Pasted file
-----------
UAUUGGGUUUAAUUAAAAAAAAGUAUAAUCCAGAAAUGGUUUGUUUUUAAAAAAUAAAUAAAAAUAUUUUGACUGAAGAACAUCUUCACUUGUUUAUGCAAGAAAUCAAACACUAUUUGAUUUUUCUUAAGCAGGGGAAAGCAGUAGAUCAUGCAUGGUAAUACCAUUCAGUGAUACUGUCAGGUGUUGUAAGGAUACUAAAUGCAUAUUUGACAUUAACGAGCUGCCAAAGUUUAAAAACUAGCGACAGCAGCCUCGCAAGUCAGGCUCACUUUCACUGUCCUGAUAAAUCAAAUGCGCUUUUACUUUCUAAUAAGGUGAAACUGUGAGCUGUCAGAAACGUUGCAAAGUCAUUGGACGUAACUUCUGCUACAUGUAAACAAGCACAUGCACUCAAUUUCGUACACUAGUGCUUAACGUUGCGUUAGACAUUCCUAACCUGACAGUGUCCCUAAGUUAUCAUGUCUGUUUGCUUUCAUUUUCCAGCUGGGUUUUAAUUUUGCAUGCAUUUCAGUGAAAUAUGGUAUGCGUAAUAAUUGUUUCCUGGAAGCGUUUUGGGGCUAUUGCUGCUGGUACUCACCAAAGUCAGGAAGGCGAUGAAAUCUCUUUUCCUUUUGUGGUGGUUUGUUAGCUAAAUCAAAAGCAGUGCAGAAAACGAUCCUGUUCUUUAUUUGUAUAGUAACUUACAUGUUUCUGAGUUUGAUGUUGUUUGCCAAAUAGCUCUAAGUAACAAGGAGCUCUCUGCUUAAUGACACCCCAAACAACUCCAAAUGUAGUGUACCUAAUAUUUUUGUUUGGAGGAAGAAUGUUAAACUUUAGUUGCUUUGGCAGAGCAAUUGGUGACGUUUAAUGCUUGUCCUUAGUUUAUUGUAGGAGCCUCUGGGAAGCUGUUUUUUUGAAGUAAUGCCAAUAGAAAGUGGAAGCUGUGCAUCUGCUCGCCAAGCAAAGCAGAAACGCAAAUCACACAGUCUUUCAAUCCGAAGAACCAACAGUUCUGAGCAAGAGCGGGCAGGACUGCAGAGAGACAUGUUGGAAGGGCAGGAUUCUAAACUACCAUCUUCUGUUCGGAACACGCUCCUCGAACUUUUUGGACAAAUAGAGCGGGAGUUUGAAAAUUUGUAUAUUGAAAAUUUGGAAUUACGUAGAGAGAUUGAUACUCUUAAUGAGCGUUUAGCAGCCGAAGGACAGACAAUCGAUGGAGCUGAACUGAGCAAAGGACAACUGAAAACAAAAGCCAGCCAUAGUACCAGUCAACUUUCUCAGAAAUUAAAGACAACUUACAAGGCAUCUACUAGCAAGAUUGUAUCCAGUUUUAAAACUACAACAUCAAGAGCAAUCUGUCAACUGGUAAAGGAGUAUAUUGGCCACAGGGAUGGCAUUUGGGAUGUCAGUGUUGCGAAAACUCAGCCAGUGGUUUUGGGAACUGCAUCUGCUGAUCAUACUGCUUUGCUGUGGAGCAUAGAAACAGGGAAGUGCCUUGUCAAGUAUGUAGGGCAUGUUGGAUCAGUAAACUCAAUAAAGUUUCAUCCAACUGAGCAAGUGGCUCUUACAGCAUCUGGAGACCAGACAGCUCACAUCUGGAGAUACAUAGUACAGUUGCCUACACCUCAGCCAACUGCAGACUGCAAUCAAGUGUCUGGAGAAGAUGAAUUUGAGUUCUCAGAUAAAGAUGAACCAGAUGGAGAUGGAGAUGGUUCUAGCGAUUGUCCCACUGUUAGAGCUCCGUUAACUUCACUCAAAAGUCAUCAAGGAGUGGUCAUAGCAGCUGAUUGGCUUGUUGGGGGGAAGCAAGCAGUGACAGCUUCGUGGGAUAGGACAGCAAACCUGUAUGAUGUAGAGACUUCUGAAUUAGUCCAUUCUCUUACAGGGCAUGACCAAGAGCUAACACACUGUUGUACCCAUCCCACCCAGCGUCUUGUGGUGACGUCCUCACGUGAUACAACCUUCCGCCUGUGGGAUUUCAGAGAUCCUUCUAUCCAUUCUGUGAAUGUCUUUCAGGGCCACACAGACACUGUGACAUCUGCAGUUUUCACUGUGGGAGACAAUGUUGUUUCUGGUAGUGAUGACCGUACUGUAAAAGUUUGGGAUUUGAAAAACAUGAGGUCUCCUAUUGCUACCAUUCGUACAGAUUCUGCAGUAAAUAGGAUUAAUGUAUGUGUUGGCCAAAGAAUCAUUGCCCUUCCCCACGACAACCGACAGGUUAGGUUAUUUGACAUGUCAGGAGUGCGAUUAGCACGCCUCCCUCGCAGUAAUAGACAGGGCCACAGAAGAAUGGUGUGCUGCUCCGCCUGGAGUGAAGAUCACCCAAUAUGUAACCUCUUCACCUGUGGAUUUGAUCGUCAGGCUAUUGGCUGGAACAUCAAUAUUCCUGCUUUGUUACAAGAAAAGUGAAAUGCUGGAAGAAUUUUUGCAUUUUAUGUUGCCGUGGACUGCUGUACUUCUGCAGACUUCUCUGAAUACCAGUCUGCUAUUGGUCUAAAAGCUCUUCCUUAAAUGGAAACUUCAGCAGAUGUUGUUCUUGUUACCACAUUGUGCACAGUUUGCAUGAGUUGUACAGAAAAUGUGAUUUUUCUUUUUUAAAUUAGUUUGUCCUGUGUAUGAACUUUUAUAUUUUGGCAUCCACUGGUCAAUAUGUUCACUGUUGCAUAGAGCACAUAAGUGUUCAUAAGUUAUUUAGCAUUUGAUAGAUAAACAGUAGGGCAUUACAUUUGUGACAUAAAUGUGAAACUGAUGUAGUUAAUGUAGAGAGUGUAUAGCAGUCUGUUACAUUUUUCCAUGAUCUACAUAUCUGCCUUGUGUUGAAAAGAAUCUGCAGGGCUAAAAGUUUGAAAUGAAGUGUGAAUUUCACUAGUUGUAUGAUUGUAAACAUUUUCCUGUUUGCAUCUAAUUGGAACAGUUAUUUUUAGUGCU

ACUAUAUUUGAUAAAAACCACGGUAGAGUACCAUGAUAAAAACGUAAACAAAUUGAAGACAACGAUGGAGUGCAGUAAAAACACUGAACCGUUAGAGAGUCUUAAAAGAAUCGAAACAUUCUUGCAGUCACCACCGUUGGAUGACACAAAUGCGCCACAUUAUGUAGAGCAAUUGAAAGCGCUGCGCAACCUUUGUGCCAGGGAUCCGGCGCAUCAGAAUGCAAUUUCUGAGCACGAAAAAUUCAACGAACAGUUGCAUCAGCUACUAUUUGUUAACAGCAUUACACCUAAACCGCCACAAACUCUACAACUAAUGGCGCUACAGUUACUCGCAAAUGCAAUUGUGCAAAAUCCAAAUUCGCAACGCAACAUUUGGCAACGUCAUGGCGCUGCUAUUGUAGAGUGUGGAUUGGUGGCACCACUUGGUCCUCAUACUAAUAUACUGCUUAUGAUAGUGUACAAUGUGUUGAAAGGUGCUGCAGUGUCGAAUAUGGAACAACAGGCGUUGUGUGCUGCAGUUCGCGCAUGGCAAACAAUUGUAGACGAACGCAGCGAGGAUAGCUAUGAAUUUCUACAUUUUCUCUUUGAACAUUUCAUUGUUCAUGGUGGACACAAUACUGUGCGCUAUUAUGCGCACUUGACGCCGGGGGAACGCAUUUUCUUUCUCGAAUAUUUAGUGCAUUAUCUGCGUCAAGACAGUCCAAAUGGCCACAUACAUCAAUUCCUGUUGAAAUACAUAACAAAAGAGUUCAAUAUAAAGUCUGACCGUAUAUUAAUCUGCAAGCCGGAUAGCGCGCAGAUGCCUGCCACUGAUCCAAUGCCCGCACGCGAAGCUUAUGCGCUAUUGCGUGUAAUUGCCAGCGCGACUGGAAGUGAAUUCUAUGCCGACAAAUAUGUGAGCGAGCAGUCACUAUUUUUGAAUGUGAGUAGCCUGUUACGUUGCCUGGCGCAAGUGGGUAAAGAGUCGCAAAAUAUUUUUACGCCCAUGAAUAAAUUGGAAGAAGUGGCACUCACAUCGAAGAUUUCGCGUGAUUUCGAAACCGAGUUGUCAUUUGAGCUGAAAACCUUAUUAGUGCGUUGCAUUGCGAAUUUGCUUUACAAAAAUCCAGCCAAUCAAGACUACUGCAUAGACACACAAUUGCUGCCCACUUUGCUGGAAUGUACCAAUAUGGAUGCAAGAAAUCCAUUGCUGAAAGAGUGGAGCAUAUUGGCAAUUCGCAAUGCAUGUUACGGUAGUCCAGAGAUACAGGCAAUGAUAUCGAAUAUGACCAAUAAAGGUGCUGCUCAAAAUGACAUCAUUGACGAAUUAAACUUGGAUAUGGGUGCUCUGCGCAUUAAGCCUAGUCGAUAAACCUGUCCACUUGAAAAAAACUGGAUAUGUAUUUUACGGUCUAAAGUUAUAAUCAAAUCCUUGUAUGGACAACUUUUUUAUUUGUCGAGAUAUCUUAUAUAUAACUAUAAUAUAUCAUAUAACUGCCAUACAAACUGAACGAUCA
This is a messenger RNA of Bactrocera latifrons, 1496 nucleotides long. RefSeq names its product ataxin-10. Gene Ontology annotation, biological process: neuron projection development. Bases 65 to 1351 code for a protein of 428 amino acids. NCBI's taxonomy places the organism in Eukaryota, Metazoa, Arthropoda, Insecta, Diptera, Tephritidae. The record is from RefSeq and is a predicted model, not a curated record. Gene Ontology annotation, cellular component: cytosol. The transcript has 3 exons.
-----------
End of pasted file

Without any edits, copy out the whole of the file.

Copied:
UAUUGGGUUUAAUUAAAAAAAAGUAUAAUCCAGAAAUGGUUUGUUUUUAAAAAAUAAAUAAAAAUAUUUUGACUGAAGAACAUCUUCACUUGUUUAUGCAAGAAAUCAAACACUAUUUGAUUUUUCUUAAGCAGGGGAAAGCAGUAGAUCAUGCAUGGUAAUACCAUUCAGUGAUACUGUCAGGUGUUGUAAGGAUACUAAAUGCAUAUUUGACAUUAACGAGCUGCCAAAGUUUAAAAACUAGCGACAGCAGCCUCGCAAGUCAGGCUCACUUUCACUGUCCUGAUAAAUCAAAUGCGCUUUUACUUUCUAAUAAGGUGAAACUGUGAGCUGUCAGAAACGUUGCAAAGUCAUUGGACGUAACUUCUGCUACAUGUAAACAAGCACAUGCACUCAAUUUCGUACACUAGUGCUUAACGUUGCGUUAGACAUUCCUAACCUGACAGUGUCCCUAAGUUAUCAUGUCUGUUUGCUUUCAUUUUCCAGCUGGGUUUUAAUUUUGCAUGCAUUUCAGUGAAAUAUGGUAUGCGUAAUAAUUGUUUCCUGGAAGCGUUUUGGGGCUAUUGCUGCUGGUACUCACCAAAGUCAGGAAGGCGAUGAAAUCUCUUUUCCUUUUGUGGUGGUUUGUUAGCUAAAUCAAAAGCAGUGCAGAAAACGAUCCUGUUCUUUAUUUGUAUAGUAACUUACAUGUUUCUGAGUUUGAUGUUGUUUGCCAAAUAGCUCUAAGUAACAAGGAGCUCUCUGCUUAAUGACACCCCAAACAACUCCAAAUGUAGUGUACCUAAUAUUUUUGUUUGGAGGAAGAAUGUUAAACUUUAGUUGCUUUGGCAGAGCAAUUGGUGACGUUUAAUGCUUGUCCUUAGUUUAUUGUAGGAGCCUCUGGGAAGCUGUUUUUUUGAAGUAAUGCCAAUAGAAAGUGGAAGCUGUGCAUCUGCUCGCCAAGCAAAGCAGAAACGCAAAUCACACAGUCUUUCAAUCCGAAGAACCAACAGUUCUGAGCAAGAGCGGGCAGGACUGCAGAGAGACAUGUUGGAAGGGCAGGAUUCUAAACUACCAUCUUCUGUUCGGAACACGCUCCUCGAACUUUUUGGACAAAUAGAGCGGGAGUUUGAAAAUUUGUAUAUUGAAAAUUUGGAAUUACGUAGAGAGAUUGAUACUCUUAAUGAGCGUUUAGCAGCCGAAGGACAGACAAUCGAUGGAGCUGAACUGAGCAAAGGACAACUGAAAACAAAAGCCAGCCAUAGUACCAGUCAACUUUCUCAGAAAUUAAAGACAACUUACAAGGCAUCUACUAGCAAGAUUGUAUCCAGUUUUAAAACUACAACAUCAAGAGCAAUCUGUCAACUGGUAAAGGAGUAUAUUGGCCACAGGGAUGGCAUUUGGGAUGUCAGUGUUGCGAAAACUCAGCCAGUGGUUUUGGGAACUGCAUCUGCUGAUCAUACUGCUUUGCUGUGGAGCAUAGAAACAGGGAAGUGCCUUGUCAAGUAUGUAGGGCAUGUUGGAUCAGUAAACUCAAUAAAGUUUCAUCCAACUGAGCAAGUGGCUCUUACAGCAUCUGGAGACCAGACAGCUCACAUCUGGAGAUACAUAGUACAGUUGCCUACACCUCAGCCAACUGCAGACUGCAAUCAAGUGUCUGGAGAAGAUGAAUUUGAGUUCUCAGAUAAAGAUGAACCAGAUGGAGAUGGAGAUGGUUCUAGCGAUUGUCCCACUGUUAGAGCUCCGUUAACUUCACUCAAAAGUCAUCAAGGAGUGGUCAUAGCAGCUGAUUGGCUUGUUGGGGGGAAGCAAGCAGUGACAGCUUCGUGGGAUAGGACAGCAAACCUGUAUGAUGUAGAGACUUCUGAAUUAGUCCAUUCUCUUACAGGGCAUGACCAAGAGCUAACACACUGUUGUACCCAUCCCACCCAGCGUCUUGUGGUGACGUCCUCACGUGAUACAACCUUCCGCCUGUGGGAUUUCAGAGAUCCUUCUAUCCAUUCUGUGAAUGUCUUUCAGGGCCACACAGACACUGUGACAUCUGCAGUUUUCACUGUGGGAGACAAUGUUGUUUCUGGUAGUGAUGACCGUACUGUAAAAGUUUGGGAUUUGAAAAACAUGAGGUCUCCUAUUGCUACCAUUCGUACAGAUUCUGCAGUAAAUAGGAUUAAUGUAUGUGUUGGCCAAAGAAUCAUUGCCCUUCCCCACGACAACCGACAGGUUAGGUUAUUUGACAUGUCAGGAGUGCGAUUAGCACGCCUCCCUCGCAGUAAUAGACAGGGCCACAGAAGAAUGGUGUGCUGCUCCGCCUGGAGUGAAGAUCACCCAAUAUGUAACCUCUUCACCUGUGGAUUUGAUCGUCAGGCUAUUGGCUGGAACAUCAAUAUUCCUGCUUUGUUACAAGAAAAGUGAAAUGCUGGAAGAAUUUUUGCAUUUUAUGUUGCCGUGGACUGCUGUACUUCUGCAGACUUCUCUGAAUACCAGUCUGCUAUUGGUCUAAAAGCUCUUCCUUAAAUGGAAACUUCAGCAGAUGUUGUUCUUGUUACCACAUUGUGCACAGUUUGCAUGAGUUGUACAGAAAAUGUGAUUUUUCUUUUUUAAAUUAGUUUGUCCUGUGUAUGAACUUUUAUAUUUUGGCAUCCACUGGUCAAUAUGUUCACUGUUGCAUAGAGCACAUAAGUGUUCAUAAGUUAUUUAGCAUUUGAUAGAUAAACAGUAGGGCAUUACAUUUGUGACAUAAAUGUGAAACUGAUGUAGUUAAUGUAGAGAGUGUAUAGCAGUCUGUUACAUUUUUCCAUGAUCUACAUAUCUGCCUUGUGUUGAAAAGAAUCUGCAGGGCUAAAAGUUUGAAAUGAAGUGUGAAUUUCACUAGUUGUAUGAUUGUAAACAUUUUCCUGUUUGCAUCUAAUUGGAACAGUUAUUUUUAGUGCU

ACUAUAUUUGAUAAAAACCACGGUAGAGUACCAUGAUAAAAACGUAAACAAAUUGAAGACAACGAUGGAGUGCAGUAAAAACACUGAACCGUUAGAGAGUCUUAAAAGAAUCGAAACAUUCUUGCAGUCACCACCGUUGGAUGACACAAAUGCGCCACAUUAUGUAGAGCAAUUGAAAGCGCUGCGCAACCUUUGUGCCAGGGAUCCGGCGCAUCAGAAUGCAAUUUCUGAGCACGAAAAAUUCAACGAACAGUUGCAUCAGCUACUAUUUGUUAACAGCAUUACACCUAAACCGCCACAAACUCUACAACUAAUGGCGCUACAGUUACUCGCAAAUGCAAUUGUGCAAAAUCCAAAUUCGCAACGCAACAUUUGGCAACGUCAUGGCGCUGCUAUUGUAGAGUGUGGAUUGGUGGCACCACUUGGUCCUCAUACUAAUAUACUGCUUAUGAUAGUGUACAAUGUGUUGAAAGGUGCUGCAGUGUCGAAUAUGGAACAACAGGCGUUGUGUGCUGCAGUUCGCGCAUGGCAAACAAUUGUAGACGAACGCAGCGAGGAUAGCUAUGAAUUUCUACAUUUUCUCUUUGAACAUUUCAUUGUUCAUGGUGGACACAAUACUGUGCGCUAUUAUGCGCACUUGACGCCGGGGGAACGCAUUUUCUUUCUCGAAUAUUUAGUGCAUUAUCUGCGUCAAGACAGUCCAAAUGGCCACAUACAUCAAUUCCUGUUGAAAUACAUAACAAAAGAGUUCAAUAUAAAGUCUGACCGUAUAUUAAUCUGCAAGCCGGAUAGCGCGCAGAUGCCUGCCACUGAUCCAAUGCCCGCACGCGAAGCUUAUGCGCUAUUGCGUGUAAUUGCCAGCGCGACUGGAAGUGAAUUCUAUGCCGACAAAUAUGUGAGCGAGCAGUCACUAUUUUUGAAUGUGAGUAGCCUGUUACGUUGCCUGGCGCAAGUGGGUAAAGAGUCGCAAAAUAUUUUUACGCCCAUGAAUAAAUUGGAAGAAGUGGCACUCACAUCGAAGAUUUCGCGUGAUUUCGAAACCGAGUUGUCAUUUGAGCUGAAAACCUUAUUAGUGCGUUGCAUUGCGAAUUUGCUUUACAAAAAUCCAGCCAAUCAAGACUACUGCAUAGACACACAAUUGCUGCCCACUUUGCUGGAAUGUACCAAUAUGGAUGCAAGAAAUCCAUUGCUGAAAGAGUGGAGCAUAUUGGCAAUUCGCAAUGCAUGUUACGGUAGUCCAGAGAUACAGGCAAUGAUAUCGAAUAUGACCAAUAAAGGUGCUGCUCAAAAUGACAUCAUUGACGAAUUAAACUUGGAUAUGGGUGCUCUGCGCAUUAAGCCUAGUCGAUAAACCUGUCCACUUGAAAAAAACUGGAUAUGUAUUUUACGGUCUAAAGUUAUAAUCAAAUCCUUGUAUGGACAACUUUUUUAUUUGUCGAGAUAUCUUAUAUAUAACUAUAAUAUAUCAUAUAACUGCCAUACAAACUGAACGAUCA
This is a messenger RNA of Bactrocera latifrons, 1496 nucleotides long. RefSeq names its product ataxin-10. Gene Ontology annotation, biological process: neuron projection development. Bases 65 to 1351 code for a protein of 428 amino acids. NCBI's taxonomy places the organism in Eukaryota, Metazoa, Arthropoda, Insecta, Diptera, Tephritidae. The record is from RefSeq and is a predicted model, not a curated record. Gene Ontology annotation, cellular component: cytosol. The transcript has 3 exons.